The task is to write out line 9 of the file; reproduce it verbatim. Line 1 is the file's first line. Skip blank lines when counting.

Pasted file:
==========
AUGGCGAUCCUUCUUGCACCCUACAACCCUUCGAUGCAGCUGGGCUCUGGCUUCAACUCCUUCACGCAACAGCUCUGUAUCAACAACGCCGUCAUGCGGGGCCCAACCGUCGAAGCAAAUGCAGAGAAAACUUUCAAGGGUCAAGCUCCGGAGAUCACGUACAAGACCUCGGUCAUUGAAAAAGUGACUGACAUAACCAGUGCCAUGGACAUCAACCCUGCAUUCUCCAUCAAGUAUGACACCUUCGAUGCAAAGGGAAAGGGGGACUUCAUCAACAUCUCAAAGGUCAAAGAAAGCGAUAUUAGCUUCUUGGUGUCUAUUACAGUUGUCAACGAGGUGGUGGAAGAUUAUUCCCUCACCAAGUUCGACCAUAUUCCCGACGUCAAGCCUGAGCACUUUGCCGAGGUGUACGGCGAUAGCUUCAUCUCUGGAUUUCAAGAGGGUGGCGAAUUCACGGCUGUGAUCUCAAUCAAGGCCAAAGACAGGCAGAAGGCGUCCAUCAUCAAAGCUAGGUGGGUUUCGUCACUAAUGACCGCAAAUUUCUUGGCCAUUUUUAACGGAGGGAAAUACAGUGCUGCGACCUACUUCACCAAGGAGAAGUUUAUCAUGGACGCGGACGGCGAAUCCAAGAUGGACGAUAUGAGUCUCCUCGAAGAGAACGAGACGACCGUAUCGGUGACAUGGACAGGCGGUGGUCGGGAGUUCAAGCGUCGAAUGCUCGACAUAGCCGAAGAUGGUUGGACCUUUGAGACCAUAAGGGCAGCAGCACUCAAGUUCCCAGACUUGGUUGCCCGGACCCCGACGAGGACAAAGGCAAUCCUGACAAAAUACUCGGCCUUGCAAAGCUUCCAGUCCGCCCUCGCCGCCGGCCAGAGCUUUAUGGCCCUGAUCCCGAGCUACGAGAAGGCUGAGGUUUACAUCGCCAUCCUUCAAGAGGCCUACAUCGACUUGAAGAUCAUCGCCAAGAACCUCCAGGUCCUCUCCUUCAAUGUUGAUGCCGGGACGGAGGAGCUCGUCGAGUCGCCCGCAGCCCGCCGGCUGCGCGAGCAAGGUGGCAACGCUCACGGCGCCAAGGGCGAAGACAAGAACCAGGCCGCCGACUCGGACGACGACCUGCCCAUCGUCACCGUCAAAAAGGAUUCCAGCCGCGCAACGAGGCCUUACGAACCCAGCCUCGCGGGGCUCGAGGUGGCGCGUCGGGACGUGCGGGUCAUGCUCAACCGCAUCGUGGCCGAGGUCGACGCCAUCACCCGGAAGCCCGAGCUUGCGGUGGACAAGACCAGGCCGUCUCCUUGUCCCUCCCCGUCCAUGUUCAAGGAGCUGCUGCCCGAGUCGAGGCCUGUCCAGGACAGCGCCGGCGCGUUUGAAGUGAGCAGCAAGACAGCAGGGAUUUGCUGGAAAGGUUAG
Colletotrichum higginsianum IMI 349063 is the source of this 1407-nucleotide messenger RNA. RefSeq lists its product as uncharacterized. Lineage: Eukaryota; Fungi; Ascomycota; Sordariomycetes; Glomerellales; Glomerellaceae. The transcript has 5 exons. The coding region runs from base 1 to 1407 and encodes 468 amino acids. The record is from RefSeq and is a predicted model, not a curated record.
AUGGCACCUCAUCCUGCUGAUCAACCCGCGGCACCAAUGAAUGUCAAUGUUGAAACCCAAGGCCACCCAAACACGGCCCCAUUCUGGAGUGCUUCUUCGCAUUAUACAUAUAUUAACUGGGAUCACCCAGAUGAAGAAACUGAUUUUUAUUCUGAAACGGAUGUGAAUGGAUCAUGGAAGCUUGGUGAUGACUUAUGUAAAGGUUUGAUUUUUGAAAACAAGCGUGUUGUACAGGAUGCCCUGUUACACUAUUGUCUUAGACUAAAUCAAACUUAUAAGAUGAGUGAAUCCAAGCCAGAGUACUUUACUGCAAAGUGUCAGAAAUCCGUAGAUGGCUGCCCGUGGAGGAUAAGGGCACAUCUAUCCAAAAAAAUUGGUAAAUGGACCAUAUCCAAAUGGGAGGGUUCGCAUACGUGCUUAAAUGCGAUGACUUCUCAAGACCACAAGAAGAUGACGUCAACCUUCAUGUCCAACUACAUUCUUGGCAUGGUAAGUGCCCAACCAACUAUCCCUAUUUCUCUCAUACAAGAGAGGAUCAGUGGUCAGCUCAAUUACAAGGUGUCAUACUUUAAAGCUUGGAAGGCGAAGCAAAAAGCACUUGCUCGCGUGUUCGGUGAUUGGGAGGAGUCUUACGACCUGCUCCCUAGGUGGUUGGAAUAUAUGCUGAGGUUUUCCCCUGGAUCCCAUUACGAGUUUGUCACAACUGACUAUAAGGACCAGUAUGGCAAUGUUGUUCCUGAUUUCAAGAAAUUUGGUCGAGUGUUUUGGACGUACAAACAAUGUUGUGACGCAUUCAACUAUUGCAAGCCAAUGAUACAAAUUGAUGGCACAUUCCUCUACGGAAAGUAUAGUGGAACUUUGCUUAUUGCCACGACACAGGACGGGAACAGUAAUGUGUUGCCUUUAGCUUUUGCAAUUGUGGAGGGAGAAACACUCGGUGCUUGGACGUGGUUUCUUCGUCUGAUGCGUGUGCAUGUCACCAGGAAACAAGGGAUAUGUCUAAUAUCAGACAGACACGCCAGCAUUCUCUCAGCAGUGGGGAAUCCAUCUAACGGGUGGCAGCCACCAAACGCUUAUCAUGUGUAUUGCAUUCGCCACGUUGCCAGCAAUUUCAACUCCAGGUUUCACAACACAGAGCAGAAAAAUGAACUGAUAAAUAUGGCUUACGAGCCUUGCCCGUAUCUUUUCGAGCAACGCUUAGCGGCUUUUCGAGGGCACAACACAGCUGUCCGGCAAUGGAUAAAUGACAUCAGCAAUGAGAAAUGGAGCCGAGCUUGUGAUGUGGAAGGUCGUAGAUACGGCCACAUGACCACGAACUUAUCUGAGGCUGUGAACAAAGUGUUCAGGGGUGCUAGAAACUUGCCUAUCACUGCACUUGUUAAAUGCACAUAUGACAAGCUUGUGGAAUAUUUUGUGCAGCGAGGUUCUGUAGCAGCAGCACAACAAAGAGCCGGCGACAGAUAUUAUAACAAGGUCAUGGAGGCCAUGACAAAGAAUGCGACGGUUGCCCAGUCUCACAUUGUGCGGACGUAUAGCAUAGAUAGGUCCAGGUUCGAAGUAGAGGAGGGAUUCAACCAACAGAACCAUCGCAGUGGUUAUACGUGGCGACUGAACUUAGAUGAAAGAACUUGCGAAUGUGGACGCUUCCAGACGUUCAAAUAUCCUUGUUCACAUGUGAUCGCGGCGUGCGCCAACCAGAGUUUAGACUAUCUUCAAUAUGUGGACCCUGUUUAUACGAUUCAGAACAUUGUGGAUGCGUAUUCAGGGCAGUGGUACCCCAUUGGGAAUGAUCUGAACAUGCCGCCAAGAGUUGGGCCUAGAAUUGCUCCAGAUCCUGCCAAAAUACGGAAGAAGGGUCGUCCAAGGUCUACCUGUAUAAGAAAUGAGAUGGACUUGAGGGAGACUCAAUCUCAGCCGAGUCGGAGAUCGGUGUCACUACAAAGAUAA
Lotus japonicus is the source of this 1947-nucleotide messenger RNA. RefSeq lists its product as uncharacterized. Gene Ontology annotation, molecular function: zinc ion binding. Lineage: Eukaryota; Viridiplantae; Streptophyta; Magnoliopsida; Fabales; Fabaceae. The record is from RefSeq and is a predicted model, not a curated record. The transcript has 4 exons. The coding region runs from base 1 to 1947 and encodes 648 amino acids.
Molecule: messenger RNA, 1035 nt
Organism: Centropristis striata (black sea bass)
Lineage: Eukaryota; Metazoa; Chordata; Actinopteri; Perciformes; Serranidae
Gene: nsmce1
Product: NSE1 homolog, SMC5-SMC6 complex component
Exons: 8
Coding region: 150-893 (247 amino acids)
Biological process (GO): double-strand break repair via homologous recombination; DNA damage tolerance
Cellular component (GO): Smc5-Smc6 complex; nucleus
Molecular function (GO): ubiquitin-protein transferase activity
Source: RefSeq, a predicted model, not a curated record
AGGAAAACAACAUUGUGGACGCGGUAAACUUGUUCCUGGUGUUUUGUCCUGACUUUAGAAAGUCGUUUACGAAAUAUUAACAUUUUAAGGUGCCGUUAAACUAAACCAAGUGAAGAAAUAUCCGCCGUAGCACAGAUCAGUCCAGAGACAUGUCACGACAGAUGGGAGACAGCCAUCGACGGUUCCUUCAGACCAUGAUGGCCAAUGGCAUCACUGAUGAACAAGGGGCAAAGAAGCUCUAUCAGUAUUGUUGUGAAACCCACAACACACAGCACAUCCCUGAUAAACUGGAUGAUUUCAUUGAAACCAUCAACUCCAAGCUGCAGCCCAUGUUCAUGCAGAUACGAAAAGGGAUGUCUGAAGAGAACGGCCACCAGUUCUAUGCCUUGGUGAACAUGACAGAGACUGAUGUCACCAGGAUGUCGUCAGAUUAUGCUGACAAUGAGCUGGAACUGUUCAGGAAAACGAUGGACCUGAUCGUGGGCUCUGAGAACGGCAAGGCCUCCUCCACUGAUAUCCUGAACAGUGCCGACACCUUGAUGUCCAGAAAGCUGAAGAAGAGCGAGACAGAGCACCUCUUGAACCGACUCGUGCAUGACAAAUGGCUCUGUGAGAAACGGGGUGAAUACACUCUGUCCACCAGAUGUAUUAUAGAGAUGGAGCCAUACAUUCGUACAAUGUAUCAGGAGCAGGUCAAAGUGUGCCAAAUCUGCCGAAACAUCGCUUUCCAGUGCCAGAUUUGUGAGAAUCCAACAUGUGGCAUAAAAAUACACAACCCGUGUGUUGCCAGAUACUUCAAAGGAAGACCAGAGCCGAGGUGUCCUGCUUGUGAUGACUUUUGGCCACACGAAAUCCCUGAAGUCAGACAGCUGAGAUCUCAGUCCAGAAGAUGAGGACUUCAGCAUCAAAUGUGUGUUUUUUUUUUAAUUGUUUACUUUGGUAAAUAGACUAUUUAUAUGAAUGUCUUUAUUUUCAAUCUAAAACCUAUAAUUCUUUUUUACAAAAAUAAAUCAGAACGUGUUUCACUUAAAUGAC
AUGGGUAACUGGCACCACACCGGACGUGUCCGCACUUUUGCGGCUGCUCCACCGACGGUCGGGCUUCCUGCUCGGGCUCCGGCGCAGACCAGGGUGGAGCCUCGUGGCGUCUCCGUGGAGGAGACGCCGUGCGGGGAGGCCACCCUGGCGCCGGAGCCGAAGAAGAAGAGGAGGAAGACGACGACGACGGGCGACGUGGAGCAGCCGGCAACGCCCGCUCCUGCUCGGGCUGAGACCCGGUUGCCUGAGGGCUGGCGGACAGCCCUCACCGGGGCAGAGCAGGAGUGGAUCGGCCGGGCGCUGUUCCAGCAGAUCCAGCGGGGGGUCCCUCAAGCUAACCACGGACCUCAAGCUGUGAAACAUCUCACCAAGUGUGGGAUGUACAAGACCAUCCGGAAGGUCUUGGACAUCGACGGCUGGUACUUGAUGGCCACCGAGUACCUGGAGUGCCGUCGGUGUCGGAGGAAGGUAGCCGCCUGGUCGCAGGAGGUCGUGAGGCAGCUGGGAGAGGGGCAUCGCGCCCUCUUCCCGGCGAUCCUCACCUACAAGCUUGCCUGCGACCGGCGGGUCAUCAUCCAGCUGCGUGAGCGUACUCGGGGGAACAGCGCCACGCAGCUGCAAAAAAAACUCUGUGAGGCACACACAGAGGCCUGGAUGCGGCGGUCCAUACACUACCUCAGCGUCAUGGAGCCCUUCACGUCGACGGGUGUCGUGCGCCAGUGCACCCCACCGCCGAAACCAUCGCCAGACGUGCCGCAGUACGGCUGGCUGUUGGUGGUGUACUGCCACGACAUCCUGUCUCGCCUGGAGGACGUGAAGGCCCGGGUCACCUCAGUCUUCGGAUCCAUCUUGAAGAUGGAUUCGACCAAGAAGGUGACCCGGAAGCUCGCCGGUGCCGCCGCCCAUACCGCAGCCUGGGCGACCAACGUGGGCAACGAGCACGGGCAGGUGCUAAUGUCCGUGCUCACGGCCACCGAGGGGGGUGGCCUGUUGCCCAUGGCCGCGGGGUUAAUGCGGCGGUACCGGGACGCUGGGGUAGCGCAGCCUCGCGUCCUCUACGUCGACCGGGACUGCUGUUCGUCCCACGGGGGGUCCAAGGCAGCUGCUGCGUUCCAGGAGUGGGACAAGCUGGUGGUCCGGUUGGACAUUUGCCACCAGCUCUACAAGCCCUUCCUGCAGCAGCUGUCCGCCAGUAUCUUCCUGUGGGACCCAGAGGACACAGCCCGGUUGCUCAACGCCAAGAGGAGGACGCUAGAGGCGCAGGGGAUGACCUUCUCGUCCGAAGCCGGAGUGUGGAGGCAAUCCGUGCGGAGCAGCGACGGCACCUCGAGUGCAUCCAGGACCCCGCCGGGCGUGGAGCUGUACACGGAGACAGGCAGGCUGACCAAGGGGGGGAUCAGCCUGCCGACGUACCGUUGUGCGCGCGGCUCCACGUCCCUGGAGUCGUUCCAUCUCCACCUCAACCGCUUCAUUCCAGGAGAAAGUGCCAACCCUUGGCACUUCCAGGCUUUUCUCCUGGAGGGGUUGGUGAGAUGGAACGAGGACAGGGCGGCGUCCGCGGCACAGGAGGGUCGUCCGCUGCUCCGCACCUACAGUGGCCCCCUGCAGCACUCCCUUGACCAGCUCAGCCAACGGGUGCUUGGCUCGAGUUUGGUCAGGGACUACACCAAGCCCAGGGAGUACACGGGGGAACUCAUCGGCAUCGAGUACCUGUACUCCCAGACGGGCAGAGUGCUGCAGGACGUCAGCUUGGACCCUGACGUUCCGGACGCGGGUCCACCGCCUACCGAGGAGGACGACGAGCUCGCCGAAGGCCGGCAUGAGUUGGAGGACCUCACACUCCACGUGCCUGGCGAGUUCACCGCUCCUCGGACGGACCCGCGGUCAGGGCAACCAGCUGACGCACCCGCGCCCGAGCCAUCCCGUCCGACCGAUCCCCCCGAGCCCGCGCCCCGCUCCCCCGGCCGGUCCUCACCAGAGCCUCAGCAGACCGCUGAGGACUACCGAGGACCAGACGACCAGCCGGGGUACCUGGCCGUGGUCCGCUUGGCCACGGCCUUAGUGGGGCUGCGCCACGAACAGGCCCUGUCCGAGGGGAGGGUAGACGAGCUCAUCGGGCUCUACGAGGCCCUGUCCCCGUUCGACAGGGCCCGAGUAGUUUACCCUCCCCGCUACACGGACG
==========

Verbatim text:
Product: NSE1 homolog, SMC5-SMC6 complex component